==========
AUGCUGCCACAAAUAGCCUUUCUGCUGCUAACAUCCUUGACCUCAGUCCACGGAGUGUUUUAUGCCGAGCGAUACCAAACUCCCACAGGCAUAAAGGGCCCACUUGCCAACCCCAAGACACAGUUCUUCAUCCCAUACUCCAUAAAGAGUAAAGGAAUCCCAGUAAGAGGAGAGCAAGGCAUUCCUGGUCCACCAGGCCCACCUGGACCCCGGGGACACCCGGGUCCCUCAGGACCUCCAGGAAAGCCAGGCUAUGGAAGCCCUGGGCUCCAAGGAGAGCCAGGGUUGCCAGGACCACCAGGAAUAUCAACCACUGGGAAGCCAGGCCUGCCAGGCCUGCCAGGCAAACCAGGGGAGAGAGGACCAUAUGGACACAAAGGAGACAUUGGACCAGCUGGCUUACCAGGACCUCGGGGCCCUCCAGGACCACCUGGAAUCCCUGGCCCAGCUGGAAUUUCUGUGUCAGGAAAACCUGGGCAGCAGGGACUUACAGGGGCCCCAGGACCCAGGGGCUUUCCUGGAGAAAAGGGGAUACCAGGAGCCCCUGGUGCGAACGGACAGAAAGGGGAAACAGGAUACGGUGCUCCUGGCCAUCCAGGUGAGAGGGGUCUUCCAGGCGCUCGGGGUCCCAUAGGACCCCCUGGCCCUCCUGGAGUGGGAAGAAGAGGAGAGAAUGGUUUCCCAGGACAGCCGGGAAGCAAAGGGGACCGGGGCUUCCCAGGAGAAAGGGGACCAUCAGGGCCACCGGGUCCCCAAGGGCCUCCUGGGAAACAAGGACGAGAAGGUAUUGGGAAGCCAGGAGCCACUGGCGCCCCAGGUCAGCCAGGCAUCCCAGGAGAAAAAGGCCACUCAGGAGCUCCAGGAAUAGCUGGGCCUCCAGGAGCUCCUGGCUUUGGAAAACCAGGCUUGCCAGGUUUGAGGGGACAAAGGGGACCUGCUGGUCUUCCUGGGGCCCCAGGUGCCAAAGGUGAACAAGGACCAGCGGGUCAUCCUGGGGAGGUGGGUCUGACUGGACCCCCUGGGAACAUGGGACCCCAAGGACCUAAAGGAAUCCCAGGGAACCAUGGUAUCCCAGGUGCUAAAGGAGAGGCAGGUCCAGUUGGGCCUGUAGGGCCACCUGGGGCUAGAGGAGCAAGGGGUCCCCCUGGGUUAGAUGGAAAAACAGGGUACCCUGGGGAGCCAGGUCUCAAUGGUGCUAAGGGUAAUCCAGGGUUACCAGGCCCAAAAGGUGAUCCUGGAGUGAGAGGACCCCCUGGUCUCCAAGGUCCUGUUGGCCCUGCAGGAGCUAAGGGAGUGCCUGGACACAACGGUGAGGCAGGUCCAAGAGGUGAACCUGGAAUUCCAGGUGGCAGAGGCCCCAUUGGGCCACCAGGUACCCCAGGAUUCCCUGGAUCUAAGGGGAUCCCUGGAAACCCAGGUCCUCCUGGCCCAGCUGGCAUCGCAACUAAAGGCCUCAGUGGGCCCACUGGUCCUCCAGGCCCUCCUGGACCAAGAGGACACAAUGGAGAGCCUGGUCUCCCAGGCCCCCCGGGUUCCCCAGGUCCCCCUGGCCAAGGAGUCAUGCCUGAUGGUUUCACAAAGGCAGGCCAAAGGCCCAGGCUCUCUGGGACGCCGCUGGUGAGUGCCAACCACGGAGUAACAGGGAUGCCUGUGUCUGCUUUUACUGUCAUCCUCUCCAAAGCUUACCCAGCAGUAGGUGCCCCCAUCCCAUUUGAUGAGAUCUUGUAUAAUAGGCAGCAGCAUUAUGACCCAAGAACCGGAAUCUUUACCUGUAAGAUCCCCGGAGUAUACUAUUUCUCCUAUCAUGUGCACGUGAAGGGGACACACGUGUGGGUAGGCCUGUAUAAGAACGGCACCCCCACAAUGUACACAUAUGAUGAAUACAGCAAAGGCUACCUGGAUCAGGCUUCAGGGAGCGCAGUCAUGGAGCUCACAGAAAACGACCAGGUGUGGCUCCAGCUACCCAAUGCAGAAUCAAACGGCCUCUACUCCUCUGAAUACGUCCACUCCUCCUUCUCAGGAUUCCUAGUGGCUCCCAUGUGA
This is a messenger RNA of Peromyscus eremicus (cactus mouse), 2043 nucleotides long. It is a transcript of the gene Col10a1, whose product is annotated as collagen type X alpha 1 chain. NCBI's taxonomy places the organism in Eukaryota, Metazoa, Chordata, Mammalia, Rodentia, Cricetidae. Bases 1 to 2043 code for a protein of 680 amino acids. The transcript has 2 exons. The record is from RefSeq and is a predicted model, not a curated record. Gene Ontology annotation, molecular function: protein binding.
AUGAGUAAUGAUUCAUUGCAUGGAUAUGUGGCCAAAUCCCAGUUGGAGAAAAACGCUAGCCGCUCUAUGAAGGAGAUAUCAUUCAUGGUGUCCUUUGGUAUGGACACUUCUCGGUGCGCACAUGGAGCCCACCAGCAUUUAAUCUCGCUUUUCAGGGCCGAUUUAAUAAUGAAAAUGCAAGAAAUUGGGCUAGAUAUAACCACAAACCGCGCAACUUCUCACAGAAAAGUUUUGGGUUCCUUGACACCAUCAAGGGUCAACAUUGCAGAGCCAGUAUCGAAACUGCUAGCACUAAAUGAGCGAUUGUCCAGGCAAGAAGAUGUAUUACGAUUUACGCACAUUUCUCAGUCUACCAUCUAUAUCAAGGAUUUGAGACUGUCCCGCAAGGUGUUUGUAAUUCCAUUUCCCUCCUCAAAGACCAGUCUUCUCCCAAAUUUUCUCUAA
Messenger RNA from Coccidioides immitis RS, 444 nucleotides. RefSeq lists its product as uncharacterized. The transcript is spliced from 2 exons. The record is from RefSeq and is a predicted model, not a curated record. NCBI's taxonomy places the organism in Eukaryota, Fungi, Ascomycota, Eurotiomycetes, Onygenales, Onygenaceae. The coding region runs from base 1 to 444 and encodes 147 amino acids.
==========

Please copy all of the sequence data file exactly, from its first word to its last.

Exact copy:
AUGCUGCCACAAAUAGCCUUUCUGCUGCUAACAUCCUUGACCUCAGUCCACGGAGUGUUUUAUGCCGAGCGAUACCAAACUCCCACAGGCAUAAAGGGCCCACUUGCCAACCCCAAGACACAGUUCUUCAUCCCAUACUCCAUAAAGAGUAAAGGAAUCCCAGUAAGAGGAGAGCAAGGCAUUCCUGGUCCACCAGGCCCACCUGGACCCCGGGGACACCCGGGUCCCUCAGGACCUCCAGGAAAGCCAGGCUAUGGAAGCCCUGGGCUCCAAGGAGAGCCAGGGUUGCCAGGACCACCAGGAAUAUCAACCACUGGGAAGCCAGGCCUGCCAGGCCUGCCAGGCAAACCAGGGGAGAGAGGACCAUAUGGACACAAAGGAGACAUUGGACCAGCUGGCUUACCAGGACCUCGGGGCCCUCCAGGACCACCUGGAAUCCCUGGCCCAGCUGGAAUUUCUGUGUCAGGAAAACCUGGGCAGCAGGGACUUACAGGGGCCCCAGGACCCAGGGGCUUUCCUGGAGAAAAGGGGAUACCAGGAGCCCCUGGUGCGAACGGACAGAAAGGGGAAACAGGAUACGGUGCUCCUGGCCAUCCAGGUGAGAGGGGUCUUCCAGGCGCUCGGGGUCCCAUAGGACCCCCUGGCCCUCCUGGAGUGGGAAGAAGAGGAGAGAAUGGUUUCCCAGGACAGCCGGGAAGCAAAGGGGACCGGGGCUUCCCAGGAGAAAGGGGACCAUCAGGGCCACCGGGUCCCCAAGGGCCUCCUGGGAAACAAGGACGAGAAGGUAUUGGGAAGCCAGGAGCCACUGGCGCCCCAGGUCAGCCAGGCAUCCCAGGAGAAAAAGGCCACUCAGGAGCUCCAGGAAUAGCUGGGCCUCCAGGAGCUCCUGGCUUUGGAAAACCAGGCUUGCCAGGUUUGAGGGGACAAAGGGGACCUGCUGGUCUUCCUGGGGCCCCAGGUGCCAAAGGUGAACAAGGACCAGCGGGUCAUCCUGGGGAGGUGGGUCUGACUGGACCCCCUGGGAACAUGGGACCCCAAGGACCUAAAGGAAUCCCAGGGAACCAUGGUAUCCCAGGUGCUAAAGGAGAGGCAGGUCCAGUUGGGCCUGUAGGGCCACCUGGGGCUAGAGGAGCAAGGGGUCCCCCUGGGUUAGAUGGAAAAACAGGGUACCCUGGGGAGCCAGGUCUCAAUGGUGCUAAGGGUAAUCCAGGGUUACCAGGCCCAAAAGGUGAUCCUGGAGUGAGAGGACCCCCUGGUCUCCAAGGUCCUGUUGGCCCUGCAGGAGCUAAGGGAGUGCCUGGACACAACGGUGAGGCAGGUCCAAGAGGUGAACCUGGAAUUCCAGGUGGCAGAGGCCCCAUUGGGCCACCAGGUACCCCAGGAUUCCCUGGAUCUAAGGGGAUCCCUGGAAACCCAGGUCCUCCUGGCCCAGCUGGCAUCGCAACUAAAGGCCUCAGUGGGCCCACUGGUCCUCCAGGCCCUCCUGGACCAAGAGGACACAAUGGAGAGCCUGGUCUCCCAGGCCCCCCGGGUUCCCCAGGUCCCCCUGGCCAAGGAGUCAUGCCUGAUGGUUUCACAAAGGCAGGCCAAAGGCCCAGGCUCUCUGGGACGCCGCUGGUGAGUGCCAACCACGGAGUAACAGGGAUGCCUGUGUCUGCUUUUACUGUCAUCCUCUCCAAAGCUUACCCAGCAGUAGGUGCCCCCAUCCCAUUUGAUGAGAUCUUGUAUAAUAGGCAGCAGCAUUAUGACCCAAGAACCGGAAUCUUUACCUGUAAGAUCCCCGGAGUAUACUAUUUCUCCUAUCAUGUGCACGUGAAGGGGACACACGUGUGGGUAGGCCUGUAUAAGAACGGCACCCCCACAAUGUACACAUAUGAUGAAUACAGCAAAGGCUACCUGGAUCAGGCUUCAGGGAGCGCAGUCAUGGAGCUCACAGAAAACGACCAGGUGUGGCUCCAGCUACCCAAUGCAGAAUCAAACGGCCUCUACUCCUCUGAAUACGUCCACUCCUCCUUCUCAGGAUUCCUAGUGGCUCCCAUGUGA
This is a messenger RNA of Peromyscus eremicus (cactus mouse), 2043 nucleotides long. It is a transcript of the gene Col10a1, whose product is annotated as collagen type X alpha 1 chain. NCBI's taxonomy places the organism in Eukaryota, Metazoa, Chordata, Mammalia, Rodentia, Cricetidae. Bases 1 to 2043 code for a protein of 680 amino acids. The transcript has 2 exons. The record is from RefSeq and is a predicted model, not a curated record. Gene Ontology annotation, molecular function: protein binding.
AUGAGUAAUGAUUCAUUGCAUGGAUAUGUGGCCAAAUCCCAGUUGGAGAAAAACGCUAGCCGCUCUAUGAAGGAGAUAUCAUUCAUGGUGUCCUUUGGUAUGGACACUUCUCGGUGCGCACAUGGAGCCCACCAGCAUUUAAUCUCGCUUUUCAGGGCCGAUUUAAUAAUGAAAAUGCAAGAAAUUGGGCUAGAUAUAACCACAAACCGCGCAACUUCUCACAGAAAAGUUUUGGGUUCCUUGACACCAUCAAGGGUCAACAUUGCAGAGCCAGUAUCGAAACUGCUAGCACUAAAUGAGCGAUUGUCCAGGCAAGAAGAUGUAUUACGAUUUACGCACAUUUCUCAGUCUACCAUCUAUAUCAAGGAUUUGAGACUGUCCCGCAAGGUGUUUGUAAUUCCAUUUCCCUCCUCAAAGACCAGUCUUCUCCCAAAUUUUCUCUAA
Messenger RNA from Coccidioides immitis RS, 444 nucleotides. RefSeq lists its product as uncharacterized. The transcript is spliced from 2 exons. The record is from RefSeq and is a predicted model, not a curated record. NCBI's taxonomy places the organism in Eukaryota, Fungi, Ascomycota, Eurotiomycetes, Onygenales, Onygenaceae. The coding region runs from base 1 to 444 and encodes 147 amino acids.